Wen W, Meinkoth JL, Tsien RY, Taylor SS: Identification of a signal for rapid export of proteins from the nucleus. Cell. 1995, 82 (3): 463-473. 10.1016/0092-8674(95)90435-2.
Um JW, Chung KC: Functional modulation of parkin through physical interaction with SUMO-1. J Neurosci Res. 2006, 84 (7): 1543-54. 10.1002/jnr.21041.
Parrilla-Castellar ER, Arlander SJ, Karnitz L: Dial 9-1-1 for DNA damage: the Rad9-Hus1-Rad1 (9-1-1) clamp complex. DNA repair. 2004, 3 (8–9): 1009-1014. 10.1016/j.dnarep.2004.03.032.
Stelzl U, Worm U, Lalowski M, Haenig C, Brembeck FH, Goehler H, Stroedicke M, Zenkner M, Schoenherr A, Koeppen S, Timm J, Mintzlaff M, Abraham C, Bock N, Kietzmann S, Goedde A, Toksöz E, Droege A, Krobitsch S, Korn B, Birchmeier W, Lehrach H, Wanker EE: A Human Protein-Protein Interaction Network: A Resource for Annotating the Proteome. Cell. 2005, 122 (6): 957-968. 10.1016/j.cell.2005.08.029.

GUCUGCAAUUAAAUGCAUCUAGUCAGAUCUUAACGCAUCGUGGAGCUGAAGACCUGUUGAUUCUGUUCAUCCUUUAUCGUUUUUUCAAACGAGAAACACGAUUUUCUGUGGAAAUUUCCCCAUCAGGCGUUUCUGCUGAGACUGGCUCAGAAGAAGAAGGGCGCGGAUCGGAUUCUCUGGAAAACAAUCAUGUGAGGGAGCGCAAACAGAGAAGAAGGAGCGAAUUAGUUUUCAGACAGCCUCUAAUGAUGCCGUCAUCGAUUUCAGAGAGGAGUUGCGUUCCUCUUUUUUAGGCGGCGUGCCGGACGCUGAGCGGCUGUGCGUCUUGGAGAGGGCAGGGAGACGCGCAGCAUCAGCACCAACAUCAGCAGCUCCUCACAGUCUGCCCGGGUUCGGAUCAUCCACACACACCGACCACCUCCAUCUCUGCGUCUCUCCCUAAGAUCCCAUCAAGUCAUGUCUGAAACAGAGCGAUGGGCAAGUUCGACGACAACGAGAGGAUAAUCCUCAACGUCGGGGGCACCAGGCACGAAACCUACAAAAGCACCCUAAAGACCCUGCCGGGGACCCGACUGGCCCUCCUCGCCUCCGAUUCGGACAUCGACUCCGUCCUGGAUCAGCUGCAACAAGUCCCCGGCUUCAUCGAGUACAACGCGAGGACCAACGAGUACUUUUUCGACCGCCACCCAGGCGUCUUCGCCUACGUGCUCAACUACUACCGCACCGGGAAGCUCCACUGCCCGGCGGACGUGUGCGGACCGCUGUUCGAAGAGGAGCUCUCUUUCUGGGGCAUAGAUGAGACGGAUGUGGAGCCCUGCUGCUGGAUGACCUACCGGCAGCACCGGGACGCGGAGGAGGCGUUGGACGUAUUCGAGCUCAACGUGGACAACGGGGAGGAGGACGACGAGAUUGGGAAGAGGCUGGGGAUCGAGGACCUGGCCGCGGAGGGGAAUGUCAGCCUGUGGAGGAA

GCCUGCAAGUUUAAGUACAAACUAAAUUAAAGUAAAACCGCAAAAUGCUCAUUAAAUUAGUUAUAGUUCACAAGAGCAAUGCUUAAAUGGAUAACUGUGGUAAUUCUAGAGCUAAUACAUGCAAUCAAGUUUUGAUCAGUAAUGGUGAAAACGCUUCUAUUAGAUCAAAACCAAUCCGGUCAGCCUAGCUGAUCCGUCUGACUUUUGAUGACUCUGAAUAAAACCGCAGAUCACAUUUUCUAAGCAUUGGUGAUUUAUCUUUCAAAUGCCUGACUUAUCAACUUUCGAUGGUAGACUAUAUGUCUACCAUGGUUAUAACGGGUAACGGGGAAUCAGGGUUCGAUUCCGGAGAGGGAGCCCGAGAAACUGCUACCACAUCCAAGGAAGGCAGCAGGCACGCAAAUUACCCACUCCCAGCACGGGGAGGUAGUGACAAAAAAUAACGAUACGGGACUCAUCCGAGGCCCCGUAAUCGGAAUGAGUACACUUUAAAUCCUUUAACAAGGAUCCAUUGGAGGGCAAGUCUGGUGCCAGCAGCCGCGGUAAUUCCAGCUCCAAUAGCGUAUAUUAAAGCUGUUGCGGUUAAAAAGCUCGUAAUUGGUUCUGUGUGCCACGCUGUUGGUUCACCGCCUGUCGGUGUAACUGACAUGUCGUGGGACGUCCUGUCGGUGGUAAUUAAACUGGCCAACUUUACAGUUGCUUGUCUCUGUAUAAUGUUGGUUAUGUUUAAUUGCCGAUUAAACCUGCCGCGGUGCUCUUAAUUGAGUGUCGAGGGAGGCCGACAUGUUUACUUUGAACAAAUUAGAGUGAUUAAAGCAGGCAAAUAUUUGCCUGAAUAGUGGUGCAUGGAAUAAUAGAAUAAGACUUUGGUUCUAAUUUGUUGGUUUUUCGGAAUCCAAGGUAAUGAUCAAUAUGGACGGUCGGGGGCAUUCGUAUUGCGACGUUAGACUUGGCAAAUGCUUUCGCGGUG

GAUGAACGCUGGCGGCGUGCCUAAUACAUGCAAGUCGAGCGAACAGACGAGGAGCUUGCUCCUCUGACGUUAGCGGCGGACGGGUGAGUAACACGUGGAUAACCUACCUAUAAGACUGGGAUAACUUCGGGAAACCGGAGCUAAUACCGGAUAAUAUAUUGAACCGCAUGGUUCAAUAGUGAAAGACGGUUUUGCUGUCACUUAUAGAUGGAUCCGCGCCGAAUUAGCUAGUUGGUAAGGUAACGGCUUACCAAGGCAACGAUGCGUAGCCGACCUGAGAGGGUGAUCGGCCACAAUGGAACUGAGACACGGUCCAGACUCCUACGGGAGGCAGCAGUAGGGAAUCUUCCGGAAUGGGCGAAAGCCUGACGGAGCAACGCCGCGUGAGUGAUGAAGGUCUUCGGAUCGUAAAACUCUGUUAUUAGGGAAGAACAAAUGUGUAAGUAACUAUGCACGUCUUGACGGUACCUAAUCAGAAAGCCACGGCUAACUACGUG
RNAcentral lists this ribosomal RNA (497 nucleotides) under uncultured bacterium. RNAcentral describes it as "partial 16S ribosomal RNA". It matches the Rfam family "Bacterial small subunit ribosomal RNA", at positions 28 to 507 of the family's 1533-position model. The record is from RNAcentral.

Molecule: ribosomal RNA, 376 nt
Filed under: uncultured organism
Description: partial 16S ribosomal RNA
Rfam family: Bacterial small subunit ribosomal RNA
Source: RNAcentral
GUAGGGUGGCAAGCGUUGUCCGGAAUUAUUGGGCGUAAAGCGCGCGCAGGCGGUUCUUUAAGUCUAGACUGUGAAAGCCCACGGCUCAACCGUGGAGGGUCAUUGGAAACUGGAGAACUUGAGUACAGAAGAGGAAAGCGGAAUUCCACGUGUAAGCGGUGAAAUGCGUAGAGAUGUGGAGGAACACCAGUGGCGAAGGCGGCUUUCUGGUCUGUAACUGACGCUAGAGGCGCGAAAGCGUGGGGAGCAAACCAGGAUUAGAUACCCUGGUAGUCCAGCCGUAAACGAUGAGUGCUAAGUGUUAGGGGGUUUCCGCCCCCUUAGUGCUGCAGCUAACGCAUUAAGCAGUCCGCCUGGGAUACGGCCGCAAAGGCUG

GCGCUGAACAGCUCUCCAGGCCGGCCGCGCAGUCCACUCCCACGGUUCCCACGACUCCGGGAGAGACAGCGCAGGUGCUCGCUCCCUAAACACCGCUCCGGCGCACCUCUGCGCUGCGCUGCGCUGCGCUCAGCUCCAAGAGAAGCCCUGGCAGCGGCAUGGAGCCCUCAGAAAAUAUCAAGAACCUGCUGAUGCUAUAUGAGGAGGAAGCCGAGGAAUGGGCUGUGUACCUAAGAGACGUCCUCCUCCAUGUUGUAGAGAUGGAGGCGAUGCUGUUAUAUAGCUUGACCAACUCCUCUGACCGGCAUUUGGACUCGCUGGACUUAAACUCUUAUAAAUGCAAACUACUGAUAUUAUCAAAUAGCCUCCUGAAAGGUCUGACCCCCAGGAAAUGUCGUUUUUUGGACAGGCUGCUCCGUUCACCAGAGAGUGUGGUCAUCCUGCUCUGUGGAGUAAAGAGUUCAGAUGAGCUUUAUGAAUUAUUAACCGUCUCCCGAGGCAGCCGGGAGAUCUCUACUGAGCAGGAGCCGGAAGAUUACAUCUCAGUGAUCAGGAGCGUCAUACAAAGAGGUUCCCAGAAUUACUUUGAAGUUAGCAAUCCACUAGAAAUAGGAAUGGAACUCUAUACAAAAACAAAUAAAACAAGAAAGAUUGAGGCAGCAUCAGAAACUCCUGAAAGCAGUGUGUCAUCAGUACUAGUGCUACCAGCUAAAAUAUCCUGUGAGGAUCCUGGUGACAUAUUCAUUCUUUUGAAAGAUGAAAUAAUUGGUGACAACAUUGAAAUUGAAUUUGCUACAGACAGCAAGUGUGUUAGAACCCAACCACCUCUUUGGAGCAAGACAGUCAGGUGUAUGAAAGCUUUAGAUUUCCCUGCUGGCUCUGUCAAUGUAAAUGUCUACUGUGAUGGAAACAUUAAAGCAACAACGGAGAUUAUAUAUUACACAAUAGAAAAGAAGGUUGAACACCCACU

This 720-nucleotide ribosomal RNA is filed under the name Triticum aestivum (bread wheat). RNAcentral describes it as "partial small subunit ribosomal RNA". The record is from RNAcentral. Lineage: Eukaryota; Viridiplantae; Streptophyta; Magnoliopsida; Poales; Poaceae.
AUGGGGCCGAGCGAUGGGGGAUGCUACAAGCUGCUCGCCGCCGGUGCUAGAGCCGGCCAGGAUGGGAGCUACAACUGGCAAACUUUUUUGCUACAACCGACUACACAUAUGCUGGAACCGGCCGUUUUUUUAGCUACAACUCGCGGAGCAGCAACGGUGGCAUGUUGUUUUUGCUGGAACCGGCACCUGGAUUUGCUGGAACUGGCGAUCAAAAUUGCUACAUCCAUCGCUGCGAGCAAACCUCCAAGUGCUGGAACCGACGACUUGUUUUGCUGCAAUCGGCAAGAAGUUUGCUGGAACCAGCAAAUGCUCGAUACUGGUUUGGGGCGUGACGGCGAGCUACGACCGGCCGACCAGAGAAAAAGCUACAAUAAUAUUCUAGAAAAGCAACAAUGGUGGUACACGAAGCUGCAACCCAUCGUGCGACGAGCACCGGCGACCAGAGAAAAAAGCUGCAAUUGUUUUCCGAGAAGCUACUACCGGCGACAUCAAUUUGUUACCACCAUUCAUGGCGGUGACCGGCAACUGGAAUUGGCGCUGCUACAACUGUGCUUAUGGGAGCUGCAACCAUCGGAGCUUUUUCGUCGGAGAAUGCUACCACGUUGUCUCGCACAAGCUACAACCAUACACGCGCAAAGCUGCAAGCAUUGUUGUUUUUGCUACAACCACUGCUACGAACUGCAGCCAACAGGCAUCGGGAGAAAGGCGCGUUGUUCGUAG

The author thanks Drs. Yihru Fannjiang, Matthew Hass, Tao Lu, and Yahua J. Chen for valuable discussion, and Monlan Yuan, Ying Pan for technical assistance. SY. Kao is a fellow of the Leukemia and Lymphoma Society of America.
The author declares that they have no competing interests.
SYK designed and performed experiments, and prepared the manuscript.
About this article
Cite this article
Kao, S. DNA damage induces nuclear translocation of parkin. J Biomed Sci 16, 67 (2009). https://doi.org/10.1186/1423-0127-16-67
- Proliferate Cell Nuclear Antigen
- Nuclear Translocation
- Nucleotide Excision Repair
- Nuclear Export Signal
- Cyclobutane Pyrimidine Dimer